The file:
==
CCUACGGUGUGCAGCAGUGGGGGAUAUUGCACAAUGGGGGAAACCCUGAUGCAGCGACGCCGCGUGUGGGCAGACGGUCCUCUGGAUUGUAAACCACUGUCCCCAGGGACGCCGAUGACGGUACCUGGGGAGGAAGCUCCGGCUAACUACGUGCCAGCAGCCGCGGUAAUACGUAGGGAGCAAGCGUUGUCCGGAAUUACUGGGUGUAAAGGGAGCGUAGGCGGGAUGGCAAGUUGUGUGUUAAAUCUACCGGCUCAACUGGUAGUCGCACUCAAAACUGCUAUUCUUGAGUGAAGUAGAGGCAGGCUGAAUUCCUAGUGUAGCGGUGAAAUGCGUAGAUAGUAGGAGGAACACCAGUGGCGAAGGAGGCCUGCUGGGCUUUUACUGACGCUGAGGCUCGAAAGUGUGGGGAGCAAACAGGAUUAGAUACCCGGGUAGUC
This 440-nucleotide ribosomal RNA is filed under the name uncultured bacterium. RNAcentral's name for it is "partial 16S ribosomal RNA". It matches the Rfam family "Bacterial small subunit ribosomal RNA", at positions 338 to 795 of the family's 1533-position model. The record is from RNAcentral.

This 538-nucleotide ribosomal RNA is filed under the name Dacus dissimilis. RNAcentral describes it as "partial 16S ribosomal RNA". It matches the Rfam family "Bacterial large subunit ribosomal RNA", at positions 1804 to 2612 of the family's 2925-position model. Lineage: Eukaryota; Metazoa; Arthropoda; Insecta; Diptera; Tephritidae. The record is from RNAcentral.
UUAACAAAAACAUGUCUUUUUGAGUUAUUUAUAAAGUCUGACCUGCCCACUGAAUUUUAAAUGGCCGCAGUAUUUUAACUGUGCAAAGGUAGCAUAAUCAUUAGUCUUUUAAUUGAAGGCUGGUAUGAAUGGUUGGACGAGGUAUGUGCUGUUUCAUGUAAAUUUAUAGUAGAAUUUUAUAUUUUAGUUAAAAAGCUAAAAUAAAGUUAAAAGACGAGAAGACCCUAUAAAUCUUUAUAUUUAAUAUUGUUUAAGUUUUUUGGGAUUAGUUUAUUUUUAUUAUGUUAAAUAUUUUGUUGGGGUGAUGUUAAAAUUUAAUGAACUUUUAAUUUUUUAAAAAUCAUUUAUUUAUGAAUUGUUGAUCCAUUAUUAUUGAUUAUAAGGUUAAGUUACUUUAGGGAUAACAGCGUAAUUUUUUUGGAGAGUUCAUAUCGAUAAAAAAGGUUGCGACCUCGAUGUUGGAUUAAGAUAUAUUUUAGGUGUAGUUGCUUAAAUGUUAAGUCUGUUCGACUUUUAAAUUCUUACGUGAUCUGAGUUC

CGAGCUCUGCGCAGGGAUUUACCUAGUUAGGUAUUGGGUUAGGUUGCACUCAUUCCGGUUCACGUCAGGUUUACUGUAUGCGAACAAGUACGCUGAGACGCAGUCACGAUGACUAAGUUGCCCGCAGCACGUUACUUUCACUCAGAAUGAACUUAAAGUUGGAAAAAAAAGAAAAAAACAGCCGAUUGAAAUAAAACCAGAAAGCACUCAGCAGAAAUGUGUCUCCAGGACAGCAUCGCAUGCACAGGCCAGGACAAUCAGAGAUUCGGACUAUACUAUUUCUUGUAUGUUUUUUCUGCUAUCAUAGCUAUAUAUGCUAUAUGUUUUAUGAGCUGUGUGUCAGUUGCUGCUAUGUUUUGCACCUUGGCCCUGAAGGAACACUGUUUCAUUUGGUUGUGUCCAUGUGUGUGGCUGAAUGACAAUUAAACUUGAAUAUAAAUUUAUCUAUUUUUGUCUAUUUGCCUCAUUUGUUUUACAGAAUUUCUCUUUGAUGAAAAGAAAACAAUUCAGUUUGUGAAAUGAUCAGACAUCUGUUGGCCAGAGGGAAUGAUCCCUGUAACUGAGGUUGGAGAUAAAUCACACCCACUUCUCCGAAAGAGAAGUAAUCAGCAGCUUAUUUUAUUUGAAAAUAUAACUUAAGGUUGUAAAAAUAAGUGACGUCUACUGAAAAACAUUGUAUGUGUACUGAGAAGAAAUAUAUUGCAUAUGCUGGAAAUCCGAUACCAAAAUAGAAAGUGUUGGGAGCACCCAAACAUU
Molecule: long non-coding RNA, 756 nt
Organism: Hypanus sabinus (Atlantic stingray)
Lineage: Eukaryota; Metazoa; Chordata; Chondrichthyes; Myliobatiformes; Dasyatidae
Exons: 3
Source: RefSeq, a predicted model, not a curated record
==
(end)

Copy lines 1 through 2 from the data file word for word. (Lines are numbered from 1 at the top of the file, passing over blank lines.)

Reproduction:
CCUACGGUGUGCAGCAGUGGGGGAUAUUGCACAAUGGGGGAAACCCUGAUGCAGCGACGCCGCGUGUGGGCAGACGGUCCUCUGGAUUGUAAACCACUGUCCCCAGGGACGCCGAUGACGGUACCUGGGGAGGAAGCUCCGGCUAACUACGUGCCAGCAGCCGCGGUAAUACGUAGGGAGCAAGCGUUGUCCGGAAUUACUGGGUGUAAAGGGAGCGUAGGCGGGAUGGCAAGUUGUGUGUUAAAUCUACCGGCUCAACUGGUAGUCGCACUCAAAACUGCUAUUCUUGAGUGAAGUAGAGGCAGGCUGAAUUCCUAGUGUAGCGGUGAAAUGCGUAGAUAGUAGGAGGAACACCAGUGGCGAAGGAGGCCUGCUGGGCUUUUACUGACGCUGAGGCUCGAAAGUGUGGGGAGCAAACAGGAUUAGAUACCCGGGUAGUC
This 440-nucleotide ribosomal RNA is filed under the name uncultured bacterium. RNAcentral's name for it is "partial 16S ribosomal RNA". It matches the Rfam family "Bacterial small subunit ribosomal RNA", at positions 338 to 795 of the family's 1533-position model. The record is from RNAcentral.